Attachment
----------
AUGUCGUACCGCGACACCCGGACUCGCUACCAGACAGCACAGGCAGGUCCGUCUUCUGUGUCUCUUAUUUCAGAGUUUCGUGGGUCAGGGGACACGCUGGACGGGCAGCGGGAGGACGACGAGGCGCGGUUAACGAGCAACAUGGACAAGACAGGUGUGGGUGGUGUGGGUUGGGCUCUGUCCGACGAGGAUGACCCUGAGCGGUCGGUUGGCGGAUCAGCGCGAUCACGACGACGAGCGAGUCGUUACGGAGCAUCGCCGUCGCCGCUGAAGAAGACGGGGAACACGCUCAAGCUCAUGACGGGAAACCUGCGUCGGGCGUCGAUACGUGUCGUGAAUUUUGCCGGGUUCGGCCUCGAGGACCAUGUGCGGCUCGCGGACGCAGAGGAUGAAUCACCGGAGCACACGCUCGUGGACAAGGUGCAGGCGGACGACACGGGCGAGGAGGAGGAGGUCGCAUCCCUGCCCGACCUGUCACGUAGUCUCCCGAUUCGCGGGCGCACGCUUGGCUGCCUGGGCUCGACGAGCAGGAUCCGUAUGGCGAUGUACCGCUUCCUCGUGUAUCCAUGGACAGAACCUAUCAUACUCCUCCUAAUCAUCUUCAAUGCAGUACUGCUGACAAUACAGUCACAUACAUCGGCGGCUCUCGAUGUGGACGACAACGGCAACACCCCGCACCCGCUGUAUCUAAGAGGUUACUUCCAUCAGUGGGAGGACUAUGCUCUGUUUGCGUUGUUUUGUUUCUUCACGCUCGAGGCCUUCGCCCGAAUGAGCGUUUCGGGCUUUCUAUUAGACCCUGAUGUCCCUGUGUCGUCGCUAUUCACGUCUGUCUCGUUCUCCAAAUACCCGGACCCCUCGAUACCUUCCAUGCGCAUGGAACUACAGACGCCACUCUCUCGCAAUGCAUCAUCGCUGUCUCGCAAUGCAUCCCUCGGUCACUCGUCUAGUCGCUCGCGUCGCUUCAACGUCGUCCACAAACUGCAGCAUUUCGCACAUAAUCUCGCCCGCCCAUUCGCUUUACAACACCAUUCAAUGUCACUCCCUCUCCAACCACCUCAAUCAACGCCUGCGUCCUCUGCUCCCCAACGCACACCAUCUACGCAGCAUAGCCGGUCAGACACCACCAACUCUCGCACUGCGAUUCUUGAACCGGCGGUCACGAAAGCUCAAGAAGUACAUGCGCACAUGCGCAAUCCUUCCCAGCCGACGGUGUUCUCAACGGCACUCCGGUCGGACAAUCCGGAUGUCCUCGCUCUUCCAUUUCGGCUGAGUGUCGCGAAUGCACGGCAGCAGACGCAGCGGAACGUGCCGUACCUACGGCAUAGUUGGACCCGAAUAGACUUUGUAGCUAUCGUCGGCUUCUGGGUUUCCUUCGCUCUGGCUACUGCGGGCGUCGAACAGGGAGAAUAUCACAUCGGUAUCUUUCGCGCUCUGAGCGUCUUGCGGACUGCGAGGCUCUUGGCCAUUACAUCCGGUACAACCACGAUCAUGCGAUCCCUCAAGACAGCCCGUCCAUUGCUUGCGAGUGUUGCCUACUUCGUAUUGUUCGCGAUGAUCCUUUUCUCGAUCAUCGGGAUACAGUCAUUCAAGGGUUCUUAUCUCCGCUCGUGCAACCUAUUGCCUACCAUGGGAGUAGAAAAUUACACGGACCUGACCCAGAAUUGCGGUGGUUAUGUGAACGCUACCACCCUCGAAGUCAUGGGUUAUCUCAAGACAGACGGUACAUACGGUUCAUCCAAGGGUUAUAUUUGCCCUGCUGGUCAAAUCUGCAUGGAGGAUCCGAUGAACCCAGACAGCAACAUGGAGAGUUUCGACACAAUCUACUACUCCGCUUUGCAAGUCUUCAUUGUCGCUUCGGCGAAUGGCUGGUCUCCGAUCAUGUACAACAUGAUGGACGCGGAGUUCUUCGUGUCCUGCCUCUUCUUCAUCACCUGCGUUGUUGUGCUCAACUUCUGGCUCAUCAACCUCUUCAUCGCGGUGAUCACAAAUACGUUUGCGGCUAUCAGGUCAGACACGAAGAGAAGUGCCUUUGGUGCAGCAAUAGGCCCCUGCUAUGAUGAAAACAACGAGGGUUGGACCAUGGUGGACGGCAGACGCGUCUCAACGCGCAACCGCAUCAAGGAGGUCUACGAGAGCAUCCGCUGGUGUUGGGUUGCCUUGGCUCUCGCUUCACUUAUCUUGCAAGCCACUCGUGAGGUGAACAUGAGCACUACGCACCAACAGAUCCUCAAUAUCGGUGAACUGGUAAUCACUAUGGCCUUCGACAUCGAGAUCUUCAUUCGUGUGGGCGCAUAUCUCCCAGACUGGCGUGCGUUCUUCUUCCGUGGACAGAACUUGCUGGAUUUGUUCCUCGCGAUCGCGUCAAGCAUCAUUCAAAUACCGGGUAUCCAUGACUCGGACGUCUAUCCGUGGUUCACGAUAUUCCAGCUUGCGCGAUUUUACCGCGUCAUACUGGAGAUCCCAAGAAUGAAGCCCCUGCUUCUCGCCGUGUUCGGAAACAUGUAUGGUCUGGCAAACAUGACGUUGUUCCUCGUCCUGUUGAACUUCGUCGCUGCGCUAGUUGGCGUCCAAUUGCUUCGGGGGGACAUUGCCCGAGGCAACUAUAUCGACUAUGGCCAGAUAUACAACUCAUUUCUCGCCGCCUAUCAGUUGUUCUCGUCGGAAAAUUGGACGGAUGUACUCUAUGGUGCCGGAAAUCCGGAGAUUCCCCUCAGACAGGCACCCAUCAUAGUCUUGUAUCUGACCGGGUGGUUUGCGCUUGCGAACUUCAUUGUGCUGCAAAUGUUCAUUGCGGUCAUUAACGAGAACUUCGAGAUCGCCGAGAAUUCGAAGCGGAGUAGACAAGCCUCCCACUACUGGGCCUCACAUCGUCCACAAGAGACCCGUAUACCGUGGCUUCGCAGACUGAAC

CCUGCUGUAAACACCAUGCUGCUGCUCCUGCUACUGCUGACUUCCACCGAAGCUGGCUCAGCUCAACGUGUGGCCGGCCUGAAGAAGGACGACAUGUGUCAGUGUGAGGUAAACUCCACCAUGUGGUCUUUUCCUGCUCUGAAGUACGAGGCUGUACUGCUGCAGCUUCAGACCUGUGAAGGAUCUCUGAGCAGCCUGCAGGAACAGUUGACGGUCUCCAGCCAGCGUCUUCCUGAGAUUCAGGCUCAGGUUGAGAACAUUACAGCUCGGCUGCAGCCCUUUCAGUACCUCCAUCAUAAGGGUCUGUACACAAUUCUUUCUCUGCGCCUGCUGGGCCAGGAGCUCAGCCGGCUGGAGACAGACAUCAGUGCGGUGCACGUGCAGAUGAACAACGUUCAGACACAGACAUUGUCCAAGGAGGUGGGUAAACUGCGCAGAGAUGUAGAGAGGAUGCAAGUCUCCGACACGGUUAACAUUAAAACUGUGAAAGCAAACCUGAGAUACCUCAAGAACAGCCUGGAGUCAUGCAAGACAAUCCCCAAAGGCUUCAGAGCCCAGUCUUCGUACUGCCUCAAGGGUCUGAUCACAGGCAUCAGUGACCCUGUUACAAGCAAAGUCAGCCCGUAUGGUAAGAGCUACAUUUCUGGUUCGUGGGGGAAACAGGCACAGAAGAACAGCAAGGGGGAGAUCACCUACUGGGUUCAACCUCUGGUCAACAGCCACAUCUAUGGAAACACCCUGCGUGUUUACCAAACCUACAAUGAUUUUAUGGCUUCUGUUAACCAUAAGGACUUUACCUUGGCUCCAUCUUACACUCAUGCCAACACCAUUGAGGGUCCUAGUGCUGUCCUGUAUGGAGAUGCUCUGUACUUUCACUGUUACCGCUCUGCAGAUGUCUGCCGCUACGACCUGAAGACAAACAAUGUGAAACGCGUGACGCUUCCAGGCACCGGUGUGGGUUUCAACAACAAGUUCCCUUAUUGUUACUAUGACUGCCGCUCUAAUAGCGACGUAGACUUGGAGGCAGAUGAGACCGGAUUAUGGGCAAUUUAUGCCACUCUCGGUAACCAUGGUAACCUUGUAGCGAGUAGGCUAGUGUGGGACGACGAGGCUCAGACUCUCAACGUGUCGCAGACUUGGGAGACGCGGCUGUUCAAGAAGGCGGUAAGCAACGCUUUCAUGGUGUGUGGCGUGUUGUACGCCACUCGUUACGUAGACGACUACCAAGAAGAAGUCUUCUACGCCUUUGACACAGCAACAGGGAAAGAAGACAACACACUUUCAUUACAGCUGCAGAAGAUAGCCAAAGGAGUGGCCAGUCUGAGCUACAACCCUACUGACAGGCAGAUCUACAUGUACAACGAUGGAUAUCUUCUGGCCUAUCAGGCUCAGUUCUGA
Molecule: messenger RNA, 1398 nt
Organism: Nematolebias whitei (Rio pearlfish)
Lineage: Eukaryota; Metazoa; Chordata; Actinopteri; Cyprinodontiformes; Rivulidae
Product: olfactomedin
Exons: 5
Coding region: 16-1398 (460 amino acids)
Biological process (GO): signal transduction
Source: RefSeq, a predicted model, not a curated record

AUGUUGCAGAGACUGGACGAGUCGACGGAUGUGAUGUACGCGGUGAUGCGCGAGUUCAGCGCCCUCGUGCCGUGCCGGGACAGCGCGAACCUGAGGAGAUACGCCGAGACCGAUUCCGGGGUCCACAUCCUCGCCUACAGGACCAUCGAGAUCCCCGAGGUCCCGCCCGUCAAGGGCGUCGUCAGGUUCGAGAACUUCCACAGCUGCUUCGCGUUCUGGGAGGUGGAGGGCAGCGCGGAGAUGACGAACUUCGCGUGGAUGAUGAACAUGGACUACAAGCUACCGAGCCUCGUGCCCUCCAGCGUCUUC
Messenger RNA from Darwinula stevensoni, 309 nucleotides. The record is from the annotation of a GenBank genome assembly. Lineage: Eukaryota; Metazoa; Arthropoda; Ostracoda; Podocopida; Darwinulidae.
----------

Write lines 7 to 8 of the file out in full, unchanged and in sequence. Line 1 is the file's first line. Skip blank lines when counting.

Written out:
Exons: 5
Coding region: 16-1398 (460 amino acids)